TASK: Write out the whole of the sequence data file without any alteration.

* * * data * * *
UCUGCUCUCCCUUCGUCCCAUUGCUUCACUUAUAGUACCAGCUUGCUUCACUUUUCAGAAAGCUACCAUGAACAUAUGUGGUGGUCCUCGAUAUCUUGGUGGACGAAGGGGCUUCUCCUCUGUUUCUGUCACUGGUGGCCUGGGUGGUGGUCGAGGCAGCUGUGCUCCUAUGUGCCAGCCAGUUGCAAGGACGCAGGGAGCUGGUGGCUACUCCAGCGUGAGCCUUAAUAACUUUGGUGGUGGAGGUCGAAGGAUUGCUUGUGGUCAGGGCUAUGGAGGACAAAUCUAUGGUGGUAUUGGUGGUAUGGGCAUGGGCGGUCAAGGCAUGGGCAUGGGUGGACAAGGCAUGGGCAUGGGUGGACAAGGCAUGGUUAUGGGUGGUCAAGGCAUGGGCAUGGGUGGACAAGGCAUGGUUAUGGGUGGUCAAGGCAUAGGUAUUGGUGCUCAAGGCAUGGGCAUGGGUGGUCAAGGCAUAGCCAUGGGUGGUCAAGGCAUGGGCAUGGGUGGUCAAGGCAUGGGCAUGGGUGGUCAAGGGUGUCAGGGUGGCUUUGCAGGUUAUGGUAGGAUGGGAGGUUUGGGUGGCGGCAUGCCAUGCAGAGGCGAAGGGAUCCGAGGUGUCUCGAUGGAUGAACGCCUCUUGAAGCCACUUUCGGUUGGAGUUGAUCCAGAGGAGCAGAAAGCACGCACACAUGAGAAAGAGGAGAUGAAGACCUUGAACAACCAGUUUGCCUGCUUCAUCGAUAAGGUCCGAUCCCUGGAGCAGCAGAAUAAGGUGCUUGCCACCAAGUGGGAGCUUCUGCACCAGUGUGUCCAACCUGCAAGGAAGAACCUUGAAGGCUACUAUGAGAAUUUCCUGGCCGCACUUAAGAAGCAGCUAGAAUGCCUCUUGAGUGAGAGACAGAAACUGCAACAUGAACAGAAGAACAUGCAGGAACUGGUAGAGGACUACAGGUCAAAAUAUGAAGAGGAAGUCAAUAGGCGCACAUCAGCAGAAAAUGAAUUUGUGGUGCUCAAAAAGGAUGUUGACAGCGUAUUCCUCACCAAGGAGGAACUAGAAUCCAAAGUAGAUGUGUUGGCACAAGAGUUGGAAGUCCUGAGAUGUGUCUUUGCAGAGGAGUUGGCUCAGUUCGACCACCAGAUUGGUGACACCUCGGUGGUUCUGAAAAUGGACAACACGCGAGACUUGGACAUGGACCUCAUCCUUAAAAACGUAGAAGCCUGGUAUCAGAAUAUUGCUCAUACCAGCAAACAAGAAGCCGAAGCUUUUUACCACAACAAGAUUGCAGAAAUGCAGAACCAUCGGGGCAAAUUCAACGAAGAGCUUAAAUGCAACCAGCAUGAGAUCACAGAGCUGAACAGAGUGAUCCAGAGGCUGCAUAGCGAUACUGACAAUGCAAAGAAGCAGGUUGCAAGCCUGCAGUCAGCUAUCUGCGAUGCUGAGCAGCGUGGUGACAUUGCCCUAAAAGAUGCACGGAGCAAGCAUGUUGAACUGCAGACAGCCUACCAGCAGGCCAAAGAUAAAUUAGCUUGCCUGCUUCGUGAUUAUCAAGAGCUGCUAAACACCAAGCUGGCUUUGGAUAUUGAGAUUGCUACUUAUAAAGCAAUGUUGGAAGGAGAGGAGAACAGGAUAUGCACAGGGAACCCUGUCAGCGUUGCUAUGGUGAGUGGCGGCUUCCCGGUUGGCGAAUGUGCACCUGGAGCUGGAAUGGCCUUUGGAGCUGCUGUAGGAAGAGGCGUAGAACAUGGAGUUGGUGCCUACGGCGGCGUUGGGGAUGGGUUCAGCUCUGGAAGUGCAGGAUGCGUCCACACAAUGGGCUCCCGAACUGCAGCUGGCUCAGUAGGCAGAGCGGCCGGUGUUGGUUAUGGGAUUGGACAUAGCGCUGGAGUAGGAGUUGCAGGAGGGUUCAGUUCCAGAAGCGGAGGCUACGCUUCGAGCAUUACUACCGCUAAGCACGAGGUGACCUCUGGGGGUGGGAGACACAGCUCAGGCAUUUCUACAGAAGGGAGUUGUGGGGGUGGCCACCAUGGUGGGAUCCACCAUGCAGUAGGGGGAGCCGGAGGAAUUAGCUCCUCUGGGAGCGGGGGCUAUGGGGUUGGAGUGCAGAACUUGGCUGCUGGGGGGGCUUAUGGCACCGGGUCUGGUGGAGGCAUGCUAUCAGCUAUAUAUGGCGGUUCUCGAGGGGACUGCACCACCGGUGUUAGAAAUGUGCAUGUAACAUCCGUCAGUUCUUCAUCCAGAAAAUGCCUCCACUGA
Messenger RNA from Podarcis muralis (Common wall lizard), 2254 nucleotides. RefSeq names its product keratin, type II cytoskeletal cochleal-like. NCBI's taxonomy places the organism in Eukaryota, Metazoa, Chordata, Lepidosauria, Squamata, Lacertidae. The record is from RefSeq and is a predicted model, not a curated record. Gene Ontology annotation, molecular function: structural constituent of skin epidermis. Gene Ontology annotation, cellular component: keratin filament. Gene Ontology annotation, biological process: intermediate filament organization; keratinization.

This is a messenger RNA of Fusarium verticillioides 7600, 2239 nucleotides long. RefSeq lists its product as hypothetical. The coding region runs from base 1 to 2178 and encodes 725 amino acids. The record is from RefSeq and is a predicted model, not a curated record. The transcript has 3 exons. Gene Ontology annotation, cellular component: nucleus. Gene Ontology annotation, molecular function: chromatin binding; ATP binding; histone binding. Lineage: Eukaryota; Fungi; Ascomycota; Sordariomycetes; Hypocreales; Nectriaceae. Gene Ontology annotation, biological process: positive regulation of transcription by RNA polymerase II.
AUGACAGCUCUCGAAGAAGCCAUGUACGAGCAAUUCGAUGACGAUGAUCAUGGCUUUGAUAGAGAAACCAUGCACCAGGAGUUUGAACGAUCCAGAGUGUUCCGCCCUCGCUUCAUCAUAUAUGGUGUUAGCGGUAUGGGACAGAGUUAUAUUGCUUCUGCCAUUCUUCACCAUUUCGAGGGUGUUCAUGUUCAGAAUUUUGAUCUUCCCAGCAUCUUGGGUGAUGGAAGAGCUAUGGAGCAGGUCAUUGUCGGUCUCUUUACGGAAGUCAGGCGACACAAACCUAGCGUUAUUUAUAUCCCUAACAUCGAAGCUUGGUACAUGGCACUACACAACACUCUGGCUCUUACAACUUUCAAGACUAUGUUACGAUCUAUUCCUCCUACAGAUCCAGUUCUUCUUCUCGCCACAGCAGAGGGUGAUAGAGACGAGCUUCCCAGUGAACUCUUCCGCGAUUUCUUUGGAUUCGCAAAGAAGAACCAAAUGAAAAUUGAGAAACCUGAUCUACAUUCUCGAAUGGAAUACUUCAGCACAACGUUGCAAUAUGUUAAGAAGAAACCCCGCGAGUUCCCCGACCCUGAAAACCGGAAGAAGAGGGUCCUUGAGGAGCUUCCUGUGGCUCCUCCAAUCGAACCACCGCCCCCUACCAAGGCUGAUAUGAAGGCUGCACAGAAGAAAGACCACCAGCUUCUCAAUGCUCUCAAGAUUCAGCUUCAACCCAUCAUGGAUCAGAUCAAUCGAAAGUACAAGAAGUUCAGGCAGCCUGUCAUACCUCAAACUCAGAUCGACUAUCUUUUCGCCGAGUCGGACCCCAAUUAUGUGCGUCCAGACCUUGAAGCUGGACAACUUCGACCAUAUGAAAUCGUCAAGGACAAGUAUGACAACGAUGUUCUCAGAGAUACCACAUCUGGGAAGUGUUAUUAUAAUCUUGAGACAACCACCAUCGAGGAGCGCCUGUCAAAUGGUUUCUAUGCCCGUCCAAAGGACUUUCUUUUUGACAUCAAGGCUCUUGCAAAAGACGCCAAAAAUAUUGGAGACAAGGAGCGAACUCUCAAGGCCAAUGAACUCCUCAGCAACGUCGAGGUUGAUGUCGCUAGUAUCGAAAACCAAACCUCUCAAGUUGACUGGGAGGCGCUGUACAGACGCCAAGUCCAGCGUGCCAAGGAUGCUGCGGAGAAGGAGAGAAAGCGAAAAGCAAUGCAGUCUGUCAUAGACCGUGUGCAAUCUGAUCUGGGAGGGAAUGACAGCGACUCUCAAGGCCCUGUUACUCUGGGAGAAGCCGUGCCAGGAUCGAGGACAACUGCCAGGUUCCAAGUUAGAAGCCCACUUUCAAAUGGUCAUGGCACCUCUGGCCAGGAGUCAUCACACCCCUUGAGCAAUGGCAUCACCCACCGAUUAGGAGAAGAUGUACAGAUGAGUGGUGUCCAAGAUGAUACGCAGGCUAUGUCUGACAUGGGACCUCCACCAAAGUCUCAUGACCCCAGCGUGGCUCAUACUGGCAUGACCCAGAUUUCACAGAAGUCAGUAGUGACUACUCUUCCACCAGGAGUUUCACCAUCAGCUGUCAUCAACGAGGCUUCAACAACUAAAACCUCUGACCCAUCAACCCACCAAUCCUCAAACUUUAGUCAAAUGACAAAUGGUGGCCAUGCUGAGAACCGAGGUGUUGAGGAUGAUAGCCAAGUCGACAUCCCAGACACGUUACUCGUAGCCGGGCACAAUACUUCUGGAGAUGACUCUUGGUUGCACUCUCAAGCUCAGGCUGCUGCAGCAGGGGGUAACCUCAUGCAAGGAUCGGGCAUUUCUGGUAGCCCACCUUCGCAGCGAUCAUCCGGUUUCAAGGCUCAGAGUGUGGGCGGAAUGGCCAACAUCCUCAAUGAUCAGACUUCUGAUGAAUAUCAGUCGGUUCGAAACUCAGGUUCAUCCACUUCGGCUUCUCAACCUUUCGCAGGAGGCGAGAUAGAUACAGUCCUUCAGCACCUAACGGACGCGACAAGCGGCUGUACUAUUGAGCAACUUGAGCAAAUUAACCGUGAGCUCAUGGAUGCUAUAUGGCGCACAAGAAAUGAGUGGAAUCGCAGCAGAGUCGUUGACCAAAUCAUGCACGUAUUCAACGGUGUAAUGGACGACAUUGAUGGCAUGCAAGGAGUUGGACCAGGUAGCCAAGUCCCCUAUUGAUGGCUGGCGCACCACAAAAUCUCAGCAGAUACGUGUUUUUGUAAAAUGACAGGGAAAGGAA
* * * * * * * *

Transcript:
UCUGCUCUCCCUUCGUCCCAUUGCUUCACUUAUAGUACCAGCUUGCUUCACUUUUCAGAAAGCUACCAUGAACAUAUGUGGUGGUCCUCGAUAUCUUGGUGGACGAAGGGGCUUCUCCUCUGUUUCUGUCACUGGUGGCCUGGGUGGUGGUCGAGGCAGCUGUGCUCCUAUGUGCCAGCCAGUUGCAAGGACGCAGGGAGCUGGUGGCUACUCCAGCGUGAGCCUUAAUAACUUUGGUGGUGGAGGUCGAAGGAUUGCUUGUGGUCAGGGCUAUGGAGGACAAAUCUAUGGUGGUAUUGGUGGUAUGGGCAUGGGCGGUCAAGGCAUGGGCAUGGGUGGACAAGGCAUGGGCAUGGGUGGACAAGGCAUGGUUAUGGGUGGUCAAGGCAUGGGCAUGGGUGGACAAGGCAUGGUUAUGGGUGGUCAAGGCAUAGGUAUUGGUGCUCAAGGCAUGGGCAUGGGUGGUCAAGGCAUAGCCAUGGGUGGUCAAGGCAUGGGCAUGGGUGGUCAAGGCAUGGGCAUGGGUGGUCAAGGGUGUCAGGGUGGCUUUGCAGGUUAUGGUAGGAUGGGAGGUUUGGGUGGCGGCAUGCCAUGCAGAGGCGAAGGGAUCCGAGGUGUCUCGAUGGAUGAACGCCUCUUGAAGCCACUUUCGGUUGGAGUUGAUCCAGAGGAGCAGAAAGCACGCACACAUGAGAAAGAGGAGAUGAAGACCUUGAACAACCAGUUUGCCUGCUUCAUCGAUAAGGUCCGAUCCCUGGAGCAGCAGAAUAAGGUGCUUGCCACCAAGUGGGAGCUUCUGCACCAGUGUGUCCAACCUGCAAGGAAGAACCUUGAAGGCUACUAUGAGAAUUUCCUGGCCGCACUUAAGAAGCAGCUAGAAUGCCUCUUGAGUGAGAGACAGAAACUGCAACAUGAACAGAAGAACAUGCAGGAACUGGUAGAGGACUACAGGUCAAAAUAUGAAGAGGAAGUCAAUAGGCGCACAUCAGCAGAAAAUGAAUUUGUGGUGCUCAAAAAGGAUGUUGACAGCGUAUUCCUCACCAAGGAGGAACUAGAAUCCAAAGUAGAUGUGUUGGCACAAGAGUUGGAAGUCCUGAGAUGUGUCUUUGCAGAGGAGUUGGCUCAGUUCGACCACCAGAUUGGUGACACCUCGGUGGUUCUGAAAAUGGACAACACGCGAGACUUGGACAUGGACCUCAUCCUUAAAAACGUAGAAGCCUGGUAUCAGAAUAUUGCUCAUACCAGCAAACAAGAAGCCGAAGCUUUUUACCACAACAAGAUUGCAGAAAUGCAGAACCAUCGGGGCAAAUUCAACGAAGAGCUUAAAUGCAACCAGCAUGAGAUCACAGAGCUGAACAGAGUGAUCCAGAGGCUGCAUAGCGAUACUGACAAUGCAAAGAAGCAGGUUGCAAGCCUGCAGUCAGCUAUCUGCGAUGCUGAGCAGCGUGGUGACAUUGCCCUAAAAGAUGCACGGAGCAAGCAUGUUGAACUGCAGACAGCCUACCAGCAGGCCAAAGAUAAAUUAGCUUGCCUGCUUCGUGAUUAUCAAGAGCUGCUAAACACCAAGCUGGCUUUGGAUAUUGAGAUUGCUACUUAUAAAGCAAUGUUGGAAGGAGAGGAGAACAGGAUAUGCACAGGGAACCCUGUCAGCGUUGCUAUGGUGAGUGGCGGCUUCCCGGUUGGCGAAUGUGCACCUGGAGCUGGAAUGGCCUUUGGAGCUGCUGUAGGAAGAGGCGUAGAACAUGGAGUUGGUGCCUACGGCGGCGUUGGGGAUGGGUUCAGCUCUGGAAGUGCAGGAUGCGUCCACACAAUGGGCUCCCGAACUGCAGCUGGCUCAGUAGGCAGAGCGGCCGGUGUUGGUUAUGGGAUUGGACAUAGCGCUGGAGUAGGAGUUGCAGGAGGGUUCAGUUCCAGAAGCGGAGGCUACGCUUCGAGCAUUACUACCGCUAAGCACGAGGUGACCUCUGGGGGUGGGAGACACAGCUCAGGCAUUUCUACAGAAGGGAGUUGUGGGGGUGGCCACCAUGGUGGGAUCCACCAUGCAGUAGGGGGAGCCGGAGGAAUUAGCUCCUCUGGGAGCGGGGGCUAUGGGGUUGGAGUGCAGAACUUGGCUGCUGGGGGGGCUUAUGGCACCGGGUCUGGUGGAGGCAUGCUAUCAGCUAUAUAUGGCGGUUCUCGAGGGGACUGCACCACCGGUGUUAGAAAUGUGCAUGUAACAUCCGUCAGUUCUUCAUCCAGAAAAUGCCUCCACUGA
Messenger RNA from Podarcis muralis (Common wall lizard), 2254 nucleotides. RefSeq names its product keratin, type II cytoskeletal cochleal-like. NCBI's taxonomy places the organism in Eukaryota, Metazoa, Chordata, Lepidosauria, Squamata, Lacertidae. The record is from RefSeq and is a predicted model, not a curated record. Gene Ontology annotation, molecular function: structural constituent of skin epidermis. Gene Ontology annotation, cellular component: keratin filament. Gene Ontology annotation, biological process: intermediate filament organization; keratinization.

This is a messenger RNA of Fusarium verticillioides 7600, 2239 nucleotides long. RefSeq lists its product as hypothetical. The coding region runs from base 1 to 2178 and encodes 725 amino acids. The record is from RefSeq and is a predicted model, not a curated record. The transcript has 3 exons. Gene Ontology annotation, cellular component: nucleus. Gene Ontology annotation, molecular function: chromatin binding; ATP binding; histone binding. Lineage: Eukaryota; Fungi; Ascomycota; Sordariomycetes; Hypocreales; Nectriaceae. Gene Ontology annotation, biological process: positive regulation of transcription by RNA polymerase II.
AUGACAGCUCUCGAAGAAGCCAUGUACGAGCAAUUCGAUGACGAUGAUCAUGGCUUUGAUAGAGAAACCAUGCACCAGGAGUUUGAACGAUCCAGAGUGUUCCGCCCUCGCUUCAUCAUAUAUGGUGUUAGCGGUAUGGGACAGAGUUAUAUUGCUUCUGCCAUUCUUCACCAUUUCGAGGGUGUUCAUGUUCAGAAUUUUGAUCUUCCCAGCAUCUUGGGUGAUGGAAGAGCUAUGGAGCAGGUCAUUGUCGGUCUCUUUACGGAAGUCAGGCGACACAAACCUAGCGUUAUUUAUAUCCCUAACAUCGAAGCUUGGUACAUGGCACUACACAACACUCUGGCUCUUACAACUUUCAAGACUAUGUUACGAUCUAUUCCUCCUACAGAUCCAGUUCUUCUUCUCGCCACAGCAGAGGGUGAUAGAGACGAGCUUCCCAGUGAACUCUUCCGCGAUUUCUUUGGAUUCGCAAAGAAGAACCAAAUGAAAAUUGAGAAACCUGAUCUACAUUCUCGAAUGGAAUACUUCAGCACAACGUUGCAAUAUGUUAAGAAGAAACCCCGCGAGUUCCCCGACCCUGAAAACCGGAAGAAGAGGGUCCUUGAGGAGCUUCCUGUGGCUCCUCCAAUCGAACCACCGCCCCCUACCAAGGCUGAUAUGAAGGCUGCACAGAAGAAAGACCACCAGCUUCUCAAUGCUCUCAAGAUUCAGCUUCAACCCAUCAUGGAUCAGAUCAAUCGAAAGUACAAGAAGUUCAGGCAGCCUGUCAUACCUCAAACUCAGAUCGACUAUCUUUUCGCCGAGUCGGACCCCAAUUAUGUGCGUCCAGACCUUGAAGCUGGACAACUUCGACCAUAUGAAAUCGUCAAGGACAAGUAUGACAACGAUGUUCUCAGAGAUACCACAUCUGGGAAGUGUUAUUAUAAUCUUGAGACAACCACCAUCGAGGAGCGCCUGUCAAAUGGUUUCUAUGCCCGUCCAAAGGACUUUCUUUUUGACAUCAAGGCUCUUGCAAAAGACGCCAAAAAUAUUGGAGACAAGGAGCGAACUCUCAAGGCCAAUGAACUCCUCAGCAACGUCGAGGUUGAUGUCGCUAGUAUCGAAAACCAAACCUCUCAAGUUGACUGGGAGGCGCUGUACAGACGCCAAGUCCAGCGUGCCAAGGAUGCUGCGGAGAAGGAGAGAAAGCGAAAAGCAAUGCAGUCUGUCAUAGACCGUGUGCAAUCUGAUCUGGGAGGGAAUGACAGCGACUCUCAAGGCCCUGUUACUCUGGGAGAAGCCGUGCCAGGAUCGAGGACAACUGCCAGGUUCCAAGUUAGAAGCCCACUUUCAAAUGGUCAUGGCACCUCUGGCCAGGAGUCAUCACACCCCUUGAGCAAUGGCAUCACCCACCGAUUAGGAGAAGAUGUACAGAUGAGUGGUGUCCAAGAUGAUACGCAGGCUAUGUCUGACAUGGGACCUCCACCAAAGUCUCAUGACCCCAGCGUGGCUCAUACUGGCAUGACCCAGAUUUCACAGAAGUCAGUAGUGACUACUCUUCCACCAGGAGUUUCACCAUCAGCUGUCAUCAACGAGGCUUCAACAACUAAAACCUCUGACCCAUCAACCCACCAAUCCUCAAACUUUAGUCAAAUGACAAAUGGUGGCCAUGCUGAGAACCGAGGUGUUGAGGAUGAUAGCCAAGUCGACAUCCCAGACACGUUACUCGUAGCCGGGCACAAUACUUCUGGAGAUGACUCUUGGUUGCACUCUCAAGCUCAGGCUGCUGCAGCAGGGGGUAACCUCAUGCAAGGAUCGGGCAUUUCUGGUAGCCCACCUUCGCAGCGAUCAUCCGGUUUCAAGGCUCAGAGUGUGGGCGGAAUGGCCAACAUCCUCAAUGAUCAGACUUCUGAUGAAUAUCAGUCGGUUCGAAACUCAGGUUCAUCCACUUCGGCUUCUCAACCUUUCGCAGGAGGCGAGAUAGAUACAGUCCUUCAGCACCUAACGGACGCGACAAGCGGCUGUACUAUUGAGCAACUUGAGCAAAUUAACCGUGAGCUCAUGGAUGCUAUAUGGCGCACAAGAAAUGAGUGGAAUCGCAGCAGAGUCGUUGACCAAAUCAUGCACGUAUUCAACGGUGUAAUGGACGACAUUGAUGGCAUGCAAGGAGUUGGACCAGGUAGCCAAGUCCCCUAUUGAUGGCUGGCGCACCACAAAAUCUCAGCAGAUACGUGUUUUUGUAAAAUGACAGGGAAAGGAA